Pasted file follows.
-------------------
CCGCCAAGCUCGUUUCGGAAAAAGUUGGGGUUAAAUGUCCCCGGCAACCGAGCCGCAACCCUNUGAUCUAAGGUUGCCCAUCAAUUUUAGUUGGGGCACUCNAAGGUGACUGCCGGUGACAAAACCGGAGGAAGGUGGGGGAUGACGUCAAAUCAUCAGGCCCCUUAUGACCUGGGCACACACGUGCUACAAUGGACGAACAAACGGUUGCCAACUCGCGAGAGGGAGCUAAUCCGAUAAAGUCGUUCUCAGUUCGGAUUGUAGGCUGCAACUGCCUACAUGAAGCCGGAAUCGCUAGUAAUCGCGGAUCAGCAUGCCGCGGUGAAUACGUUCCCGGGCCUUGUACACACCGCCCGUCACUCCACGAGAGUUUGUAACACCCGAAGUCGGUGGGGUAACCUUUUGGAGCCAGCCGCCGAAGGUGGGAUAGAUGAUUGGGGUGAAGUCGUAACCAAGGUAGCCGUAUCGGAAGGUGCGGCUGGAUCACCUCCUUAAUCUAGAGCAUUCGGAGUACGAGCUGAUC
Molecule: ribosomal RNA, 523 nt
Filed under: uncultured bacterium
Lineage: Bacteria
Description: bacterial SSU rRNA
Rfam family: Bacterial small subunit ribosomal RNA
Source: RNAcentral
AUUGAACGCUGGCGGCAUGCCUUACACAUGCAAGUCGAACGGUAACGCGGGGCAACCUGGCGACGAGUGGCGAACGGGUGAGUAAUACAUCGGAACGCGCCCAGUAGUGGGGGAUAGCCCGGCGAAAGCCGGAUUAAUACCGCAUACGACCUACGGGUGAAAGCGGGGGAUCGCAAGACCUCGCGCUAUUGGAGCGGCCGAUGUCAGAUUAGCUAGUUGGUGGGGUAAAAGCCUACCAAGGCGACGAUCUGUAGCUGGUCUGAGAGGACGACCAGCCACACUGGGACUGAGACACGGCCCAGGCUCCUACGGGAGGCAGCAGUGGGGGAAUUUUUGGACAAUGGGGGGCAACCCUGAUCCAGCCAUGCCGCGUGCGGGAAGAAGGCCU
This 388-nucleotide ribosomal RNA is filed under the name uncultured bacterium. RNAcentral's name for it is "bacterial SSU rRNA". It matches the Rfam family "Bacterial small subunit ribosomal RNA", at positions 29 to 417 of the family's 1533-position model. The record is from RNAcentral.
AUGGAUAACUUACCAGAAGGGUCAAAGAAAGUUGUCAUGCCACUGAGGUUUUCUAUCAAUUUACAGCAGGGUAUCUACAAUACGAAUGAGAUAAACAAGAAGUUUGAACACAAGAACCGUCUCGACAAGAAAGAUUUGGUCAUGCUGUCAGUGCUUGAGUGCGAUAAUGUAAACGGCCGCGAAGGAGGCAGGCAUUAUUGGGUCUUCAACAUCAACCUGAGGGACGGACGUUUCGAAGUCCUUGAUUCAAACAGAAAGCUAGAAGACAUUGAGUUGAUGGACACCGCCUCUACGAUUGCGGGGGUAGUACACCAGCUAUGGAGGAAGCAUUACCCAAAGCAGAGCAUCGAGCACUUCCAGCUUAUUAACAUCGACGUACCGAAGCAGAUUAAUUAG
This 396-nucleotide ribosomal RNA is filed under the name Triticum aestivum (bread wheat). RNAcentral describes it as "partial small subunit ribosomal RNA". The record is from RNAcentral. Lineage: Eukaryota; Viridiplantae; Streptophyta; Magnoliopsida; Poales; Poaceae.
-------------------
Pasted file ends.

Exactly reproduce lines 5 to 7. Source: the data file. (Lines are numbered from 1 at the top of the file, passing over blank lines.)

Description: bacterial SSU rRNA
Rfam family: Bacterial small subunit ribosomal RNA
Source: RNAcentral